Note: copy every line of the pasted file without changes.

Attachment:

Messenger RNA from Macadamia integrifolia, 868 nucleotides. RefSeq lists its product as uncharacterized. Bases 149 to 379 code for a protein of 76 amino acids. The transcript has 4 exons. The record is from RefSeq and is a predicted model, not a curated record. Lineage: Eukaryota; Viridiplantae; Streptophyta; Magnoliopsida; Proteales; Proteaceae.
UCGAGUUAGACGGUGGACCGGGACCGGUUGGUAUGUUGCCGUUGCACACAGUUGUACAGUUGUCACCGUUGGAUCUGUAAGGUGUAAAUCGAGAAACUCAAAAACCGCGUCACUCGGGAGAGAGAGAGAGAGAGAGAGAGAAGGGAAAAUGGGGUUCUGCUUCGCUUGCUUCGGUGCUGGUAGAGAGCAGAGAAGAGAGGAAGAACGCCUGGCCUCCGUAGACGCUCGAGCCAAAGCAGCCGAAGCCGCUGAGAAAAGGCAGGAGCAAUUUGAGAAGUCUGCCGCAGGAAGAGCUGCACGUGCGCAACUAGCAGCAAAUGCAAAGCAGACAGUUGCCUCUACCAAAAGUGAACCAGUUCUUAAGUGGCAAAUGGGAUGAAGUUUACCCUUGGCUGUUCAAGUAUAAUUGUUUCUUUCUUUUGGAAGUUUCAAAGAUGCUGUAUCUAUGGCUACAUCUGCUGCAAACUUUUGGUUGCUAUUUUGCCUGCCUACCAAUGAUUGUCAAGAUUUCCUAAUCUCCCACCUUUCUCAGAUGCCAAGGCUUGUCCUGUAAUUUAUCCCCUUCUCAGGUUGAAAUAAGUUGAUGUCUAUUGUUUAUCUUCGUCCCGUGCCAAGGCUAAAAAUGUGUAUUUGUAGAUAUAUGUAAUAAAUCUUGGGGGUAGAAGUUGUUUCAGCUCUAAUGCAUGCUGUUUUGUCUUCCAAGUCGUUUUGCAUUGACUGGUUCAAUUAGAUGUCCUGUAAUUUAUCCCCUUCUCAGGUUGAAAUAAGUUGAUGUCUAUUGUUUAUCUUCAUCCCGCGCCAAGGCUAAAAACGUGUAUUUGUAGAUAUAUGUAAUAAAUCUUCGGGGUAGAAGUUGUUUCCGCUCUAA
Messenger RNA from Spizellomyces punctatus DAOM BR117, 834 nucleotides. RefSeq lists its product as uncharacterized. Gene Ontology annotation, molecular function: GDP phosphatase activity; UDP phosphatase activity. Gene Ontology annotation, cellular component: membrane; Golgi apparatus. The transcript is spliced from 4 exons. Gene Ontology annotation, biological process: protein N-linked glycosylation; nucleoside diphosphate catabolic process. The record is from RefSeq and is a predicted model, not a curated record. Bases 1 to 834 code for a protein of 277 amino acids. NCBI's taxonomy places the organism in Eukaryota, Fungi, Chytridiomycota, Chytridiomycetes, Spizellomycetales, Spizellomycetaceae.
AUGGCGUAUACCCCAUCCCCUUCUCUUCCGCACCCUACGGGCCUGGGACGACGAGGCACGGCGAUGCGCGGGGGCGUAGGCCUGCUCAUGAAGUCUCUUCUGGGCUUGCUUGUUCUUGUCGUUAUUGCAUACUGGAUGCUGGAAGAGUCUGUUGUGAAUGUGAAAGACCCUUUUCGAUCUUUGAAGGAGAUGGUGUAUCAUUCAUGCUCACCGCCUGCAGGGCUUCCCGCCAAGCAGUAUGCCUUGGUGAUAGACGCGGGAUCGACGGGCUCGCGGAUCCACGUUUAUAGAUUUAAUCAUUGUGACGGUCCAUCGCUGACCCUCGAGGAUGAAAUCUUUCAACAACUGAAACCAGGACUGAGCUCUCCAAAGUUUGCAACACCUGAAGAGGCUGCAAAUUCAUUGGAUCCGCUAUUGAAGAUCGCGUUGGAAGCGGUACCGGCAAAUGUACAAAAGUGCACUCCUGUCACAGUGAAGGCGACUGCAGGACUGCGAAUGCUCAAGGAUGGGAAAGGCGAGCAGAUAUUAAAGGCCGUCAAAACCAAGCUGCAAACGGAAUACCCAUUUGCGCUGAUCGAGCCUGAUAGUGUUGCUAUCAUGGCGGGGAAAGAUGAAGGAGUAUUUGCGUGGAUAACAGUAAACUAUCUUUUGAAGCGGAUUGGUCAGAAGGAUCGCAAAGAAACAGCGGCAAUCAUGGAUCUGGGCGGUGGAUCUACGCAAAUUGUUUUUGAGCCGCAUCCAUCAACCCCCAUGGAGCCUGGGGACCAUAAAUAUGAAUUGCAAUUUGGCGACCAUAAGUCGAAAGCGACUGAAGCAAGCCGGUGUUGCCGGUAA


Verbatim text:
Messenger RNA from Macadamia integrifolia, 868 nucleotides. RefSeq lists its product as uncharacterized. Bases 149 to 379 code for a protein of 76 amino acids. The transcript has 4 exons. The record is from RefSeq and is a predicted model, not a curated record. Lineage: Eukaryota; Viridiplantae; Streptophyta; Magnoliopsida; Proteales; Proteaceae.
UCGAGUUAGACGGUGGACCGGGACCGGUUGGUAUGUUGCCGUUGCACACAGUUGUACAGUUGUCACCGUUGGAUCUGUAAGGUGUAAAUCGAGAAACUCAAAAACCGCGUCACUCGGGAGAGAGAGAGAGAGAGAGAGAGAAGGGAAAAUGGGGUUCUGCUUCGCUUGCUUCGGUGCUGGUAGAGAGCAGAGAAGAGAGGAAGAACGCCUGGCCUCCGUAGACGCUCGAGCCAAAGCAGCCGAAGCCGCUGAGAAAAGGCAGGAGCAAUUUGAGAAGUCUGCCGCAGGAAGAGCUGCACGUGCGCAACUAGCAGCAAAUGCAAAGCAGACAGUUGCCUCUACCAAAAGUGAACCAGUUCUUAAGUGGCAAAUGGGAUGAAGUUUACCCUUGGCUGUUCAAGUAUAAUUGUUUCUUUCUUUUGGAAGUUUCAAAGAUGCUGUAUCUAUGGCUACAUCUGCUGCAAACUUUUGGUUGCUAUUUUGCCUGCCUACCAAUGAUUGUCAAGAUUUCCUAAUCUCCCACCUUUCUCAGAUGCCAAGGCUUGUCCUGUAAUUUAUCCCCUUCUCAGGUUGAAAUAAGUUGAUGUCUAUUGUUUAUCUUCGUCCCGUGCCAAGGCUAAAAAUGUGUAUUUGUAGAUAUAUGUAAUAAAUCUUGGGGGUAGAAGUUGUUUCAGCUCUAAUGCAUGCUGUUUUGUCUUCCAAGUCGUUUUGCAUUGACUGGUUCAAUUAGAUGUCCUGUAAUUUAUCCCCUUCUCAGGUUGAAAUAAGUUGAUGUCUAUUGUUUAUCUUCAUCCCGCGCCAAGGCUAAAAACGUGUAUUUGUAGAUAUAUGUAAUAAAUCUUCGGGGUAGAAGUUGUUUCCGCUCUAA
Messenger RNA from Spizellomyces punctatus DAOM BR117, 834 nucleotides. RefSeq lists its product as uncharacterized. Gene Ontology annotation, molecular function: GDP phosphatase activity; UDP phosphatase activity. Gene Ontology annotation, cellular component: membrane; Golgi apparatus. The transcript is spliced from 4 exons. Gene Ontology annotation, biological process: protein N-linked glycosylation; nucleoside diphosphate catabolic process. The record is from RefSeq and is a predicted model, not a curated record. Bases 1 to 834 code for a protein of 277 amino acids. NCBI's taxonomy places the organism in Eukaryota, Fungi, Chytridiomycota, Chytridiomycetes, Spizellomycetales, Spizellomycetaceae.
AUGGCGUAUACCCCAUCCCCUUCUCUUCCGCACCCUACGGGCCUGGGACGACGAGGCACGGCGAUGCGCGGGGGCGUAGGCCUGCUCAUGAAGUCUCUUCUGGGCUUGCUUGUUCUUGUCGUUAUUGCAUACUGGAUGCUGGAAGAGUCUGUUGUGAAUGUGAAAGACCCUUUUCGAUCUUUGAAGGAGAUGGUGUAUCAUUCAUGCUCACCGCCUGCAGGGCUUCCCGCCAAGCAGUAUGCCUUGGUGAUAGACGCGGGAUCGACGGGCUCGCGGAUCCACGUUUAUAGAUUUAAUCAUUGUGACGGUCCAUCGCUGACCCUCGAGGAUGAAAUCUUUCAACAACUGAAACCAGGACUGAGCUCUCCAAAGUUUGCAACACCUGAAGAGGCUGCAAAUUCAUUGGAUCCGCUAUUGAAGAUCGCGUUGGAAGCGGUACCGGCAAAUGUACAAAAGUGCACUCCUGUCACAGUGAAGGCGACUGCAGGACUGCGAAUGCUCAAGGAUGGGAAAGGCGAGCAGAUAUUAAAGGCCGUCAAAACCAAGCUGCAAACGGAAUACCCAUUUGCGCUGAUCGAGCCUGAUAGUGUUGCUAUCAUGGCGGGGAAAGAUGAAGGAGUAUUUGCGUGGAUAACAGUAAACUAUCUUUUGAAGCGGAUUGGUCAGAAGGAUCGCAAAGAAACAGCGGCAAUCAUGGAUCUGGGCGGUGGAUCUACGCAAAUUGUUUUUGAGCCGCAUCCAUCAACCCCCAUGGAGCCUGGGGACCAUAAAUAUGAAUUGCAAUUUGGCGACCAUAAGUCGAAAGCGACUGAAGCAAGCCGGUGUUGCCGGUAA